This seemed like a perfect year to produce a lot of trade activity in the draft lottery. The Timberwolves could have used an injection of veteran talent. The Warriors were trying to win now. Teams like the Chicago Bulls and Detroit Pistons had good reason to trade up for lead playmakers. Instead, there were no trades in the lottery. That inactivity likely points to a lack of interest in this year’s top-tier prospects. Even highly motivated sellers can’t make a trade if there aren’t buyers willing to include worthwhile pieces to move up the board.
Winners: Philadelphia 76ers
Sixers President Daryl Morey wasted little time undoing GM Elton Brand’s work from last summer, trading away Al Horford, Josh Richardson and multiple picks to acquire Seth Curry from the Dallas Mavericks and Danny Green from the Oklahoma City Thunder.
In Curry and Green, Morey added shooters to flank his two stars, Joel Embiid and Ben Simmons. Neither of these trades necessarily precludes Morey from building a trade package for James Harden, the Houston Rockets’ disgruntled superstar, around Simmons either. A theoretical lineup featuring Harden, Curry, Green, Tobias Harris and Embiid looks awfully nice on paper.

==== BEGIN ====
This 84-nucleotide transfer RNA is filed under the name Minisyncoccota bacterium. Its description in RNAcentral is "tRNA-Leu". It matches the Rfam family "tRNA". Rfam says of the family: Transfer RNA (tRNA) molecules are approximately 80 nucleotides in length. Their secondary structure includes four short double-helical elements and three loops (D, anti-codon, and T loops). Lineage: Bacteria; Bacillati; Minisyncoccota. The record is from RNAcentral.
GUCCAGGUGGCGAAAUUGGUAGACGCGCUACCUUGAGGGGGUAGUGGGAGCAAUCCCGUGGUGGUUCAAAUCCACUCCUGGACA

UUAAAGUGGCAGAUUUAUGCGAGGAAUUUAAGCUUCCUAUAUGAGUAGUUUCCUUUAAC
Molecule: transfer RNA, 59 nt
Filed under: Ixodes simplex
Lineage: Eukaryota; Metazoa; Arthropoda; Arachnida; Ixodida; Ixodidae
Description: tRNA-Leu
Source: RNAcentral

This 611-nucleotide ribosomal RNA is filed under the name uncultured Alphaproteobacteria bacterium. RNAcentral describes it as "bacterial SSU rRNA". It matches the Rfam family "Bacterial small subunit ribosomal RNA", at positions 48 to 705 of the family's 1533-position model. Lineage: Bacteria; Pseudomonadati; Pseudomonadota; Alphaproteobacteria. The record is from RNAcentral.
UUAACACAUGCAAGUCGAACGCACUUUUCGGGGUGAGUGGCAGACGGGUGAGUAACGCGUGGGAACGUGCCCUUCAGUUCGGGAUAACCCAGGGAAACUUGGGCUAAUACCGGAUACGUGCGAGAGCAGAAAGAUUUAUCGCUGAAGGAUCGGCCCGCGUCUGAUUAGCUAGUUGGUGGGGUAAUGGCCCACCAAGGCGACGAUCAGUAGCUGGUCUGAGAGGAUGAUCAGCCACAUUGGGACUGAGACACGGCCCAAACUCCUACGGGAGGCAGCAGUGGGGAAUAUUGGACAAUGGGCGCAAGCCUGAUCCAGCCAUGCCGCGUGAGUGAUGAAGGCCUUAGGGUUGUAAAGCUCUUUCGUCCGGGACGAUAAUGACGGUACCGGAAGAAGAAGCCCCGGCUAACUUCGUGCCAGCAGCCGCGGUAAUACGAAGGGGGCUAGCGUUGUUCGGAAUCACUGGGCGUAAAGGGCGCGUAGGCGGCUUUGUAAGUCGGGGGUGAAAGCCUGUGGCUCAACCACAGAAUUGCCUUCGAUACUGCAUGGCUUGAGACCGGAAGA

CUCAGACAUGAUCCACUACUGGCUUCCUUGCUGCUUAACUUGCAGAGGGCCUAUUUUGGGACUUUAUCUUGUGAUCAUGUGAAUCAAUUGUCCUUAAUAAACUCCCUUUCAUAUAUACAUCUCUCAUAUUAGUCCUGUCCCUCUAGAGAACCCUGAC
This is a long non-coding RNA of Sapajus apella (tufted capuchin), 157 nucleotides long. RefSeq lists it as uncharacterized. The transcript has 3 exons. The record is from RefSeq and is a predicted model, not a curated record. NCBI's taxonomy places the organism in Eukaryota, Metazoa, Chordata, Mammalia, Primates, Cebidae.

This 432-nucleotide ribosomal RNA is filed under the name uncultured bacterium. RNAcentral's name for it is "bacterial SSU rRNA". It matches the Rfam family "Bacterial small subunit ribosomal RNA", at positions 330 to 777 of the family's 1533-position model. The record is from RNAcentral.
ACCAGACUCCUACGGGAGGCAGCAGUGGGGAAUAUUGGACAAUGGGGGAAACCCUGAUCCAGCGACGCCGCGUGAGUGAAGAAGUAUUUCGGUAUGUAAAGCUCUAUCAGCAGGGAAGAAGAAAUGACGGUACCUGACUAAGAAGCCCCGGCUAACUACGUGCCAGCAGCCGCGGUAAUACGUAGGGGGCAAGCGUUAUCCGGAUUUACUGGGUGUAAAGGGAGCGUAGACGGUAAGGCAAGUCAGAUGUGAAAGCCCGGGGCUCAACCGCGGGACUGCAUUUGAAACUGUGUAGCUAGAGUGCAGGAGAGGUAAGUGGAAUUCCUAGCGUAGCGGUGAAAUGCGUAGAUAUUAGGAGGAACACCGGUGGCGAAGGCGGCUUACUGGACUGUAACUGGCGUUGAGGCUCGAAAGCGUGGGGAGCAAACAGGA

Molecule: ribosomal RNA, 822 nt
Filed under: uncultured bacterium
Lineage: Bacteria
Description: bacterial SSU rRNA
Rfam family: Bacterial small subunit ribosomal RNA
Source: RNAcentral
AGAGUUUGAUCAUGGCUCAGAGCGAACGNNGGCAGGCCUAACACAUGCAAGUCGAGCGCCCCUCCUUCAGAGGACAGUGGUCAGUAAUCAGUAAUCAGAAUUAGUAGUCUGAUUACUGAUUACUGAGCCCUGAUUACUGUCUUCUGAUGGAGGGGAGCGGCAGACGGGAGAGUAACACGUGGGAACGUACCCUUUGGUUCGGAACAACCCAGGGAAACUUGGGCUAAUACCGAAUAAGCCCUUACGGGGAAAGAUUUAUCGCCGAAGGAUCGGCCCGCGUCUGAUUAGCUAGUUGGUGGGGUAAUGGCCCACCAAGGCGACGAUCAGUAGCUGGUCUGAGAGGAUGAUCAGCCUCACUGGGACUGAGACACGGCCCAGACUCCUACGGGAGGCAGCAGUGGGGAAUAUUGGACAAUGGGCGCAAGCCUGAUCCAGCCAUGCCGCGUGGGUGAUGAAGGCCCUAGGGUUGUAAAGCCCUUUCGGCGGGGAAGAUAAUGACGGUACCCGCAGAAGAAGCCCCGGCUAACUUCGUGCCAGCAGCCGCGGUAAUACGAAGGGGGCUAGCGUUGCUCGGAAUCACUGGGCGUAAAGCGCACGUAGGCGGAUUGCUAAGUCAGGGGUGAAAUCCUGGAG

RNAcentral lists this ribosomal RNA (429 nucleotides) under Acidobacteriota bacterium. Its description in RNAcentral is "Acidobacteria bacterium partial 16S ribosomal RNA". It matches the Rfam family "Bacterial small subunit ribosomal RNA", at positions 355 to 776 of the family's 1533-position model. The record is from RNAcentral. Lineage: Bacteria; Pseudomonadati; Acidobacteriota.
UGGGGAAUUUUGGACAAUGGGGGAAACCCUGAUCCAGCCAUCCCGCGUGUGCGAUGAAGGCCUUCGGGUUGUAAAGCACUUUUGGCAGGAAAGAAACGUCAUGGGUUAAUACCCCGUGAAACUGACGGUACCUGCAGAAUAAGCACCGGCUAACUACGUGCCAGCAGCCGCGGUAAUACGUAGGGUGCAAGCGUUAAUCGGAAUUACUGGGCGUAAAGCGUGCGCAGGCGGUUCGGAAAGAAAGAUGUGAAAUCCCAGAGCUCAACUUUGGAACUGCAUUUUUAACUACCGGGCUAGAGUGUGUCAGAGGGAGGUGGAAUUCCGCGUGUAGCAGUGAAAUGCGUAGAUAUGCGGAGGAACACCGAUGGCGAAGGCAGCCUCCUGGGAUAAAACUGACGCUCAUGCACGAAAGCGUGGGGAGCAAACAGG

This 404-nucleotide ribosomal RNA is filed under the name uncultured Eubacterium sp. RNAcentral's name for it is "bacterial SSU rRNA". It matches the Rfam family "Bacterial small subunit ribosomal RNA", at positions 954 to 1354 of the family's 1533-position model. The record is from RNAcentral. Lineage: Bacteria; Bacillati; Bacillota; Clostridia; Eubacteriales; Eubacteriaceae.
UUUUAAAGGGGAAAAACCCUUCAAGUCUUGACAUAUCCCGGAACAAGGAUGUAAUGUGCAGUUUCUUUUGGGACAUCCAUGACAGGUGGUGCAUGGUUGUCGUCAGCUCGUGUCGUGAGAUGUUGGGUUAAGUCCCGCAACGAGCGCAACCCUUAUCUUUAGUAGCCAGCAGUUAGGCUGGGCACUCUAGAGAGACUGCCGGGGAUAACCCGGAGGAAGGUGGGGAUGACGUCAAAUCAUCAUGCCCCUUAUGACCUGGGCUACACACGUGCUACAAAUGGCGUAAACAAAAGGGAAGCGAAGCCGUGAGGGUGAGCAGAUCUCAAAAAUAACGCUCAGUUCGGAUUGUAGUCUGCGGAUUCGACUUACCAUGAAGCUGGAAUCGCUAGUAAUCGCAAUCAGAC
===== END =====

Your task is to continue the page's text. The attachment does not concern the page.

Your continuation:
Back to reality: The immediate win for the Sixers was needing to attach only one first-round pick to dump the three remaining years of Horford’s massive contract. It’s worth noting, too, that Green is a significant downgrade from Richardson at this point in their respective careers.
Thunder GM Sam Presti also did exceptionally well this week, getting great value for Chris Paul, decent value for Dennis Schroder and taking on numerous future picks in a flurry of deals. Horford now looms as an intriguing chip for Presti, who loves nothing more than flipping players he has acquired by trade.
After two trades on Monday, the Bucks had a dreamy starting five all lined up: Jrue Holiday, Bogdan Bogdanovic, Khris Middleton, Giannis Antetokounmpo and Brook Lopez. That group is big, athletic, and versatile while also being loaded with two-way players, and it would qualify on paper as the East’s best lineup. Antetokounmpo would have four shooters around him, and the Bucks would have plus defenders at four positions.
That plan is on hold now that Bogdanovic reportedly plans to test restricted free agency rather than head to Milwaukee as part of a sign-and-trade agreement with the Sacramento Kings. Such a U-turn is rare, and it’s possible the deal gets put back together. But the Bucks gutted their depth to make these moves, and they really need the scoring punch and fearlessness that Bogdanovic brings to the table. If they can’t find a way to acquire him, they will be hard-pressed to find a comparable replacement. The stakes are massive, of course, because Milwaukee parted with three first-round picks and two pick swaps to acquire Holiday and because Antetokounmpo is weighing whether to accept a supermax contract extension.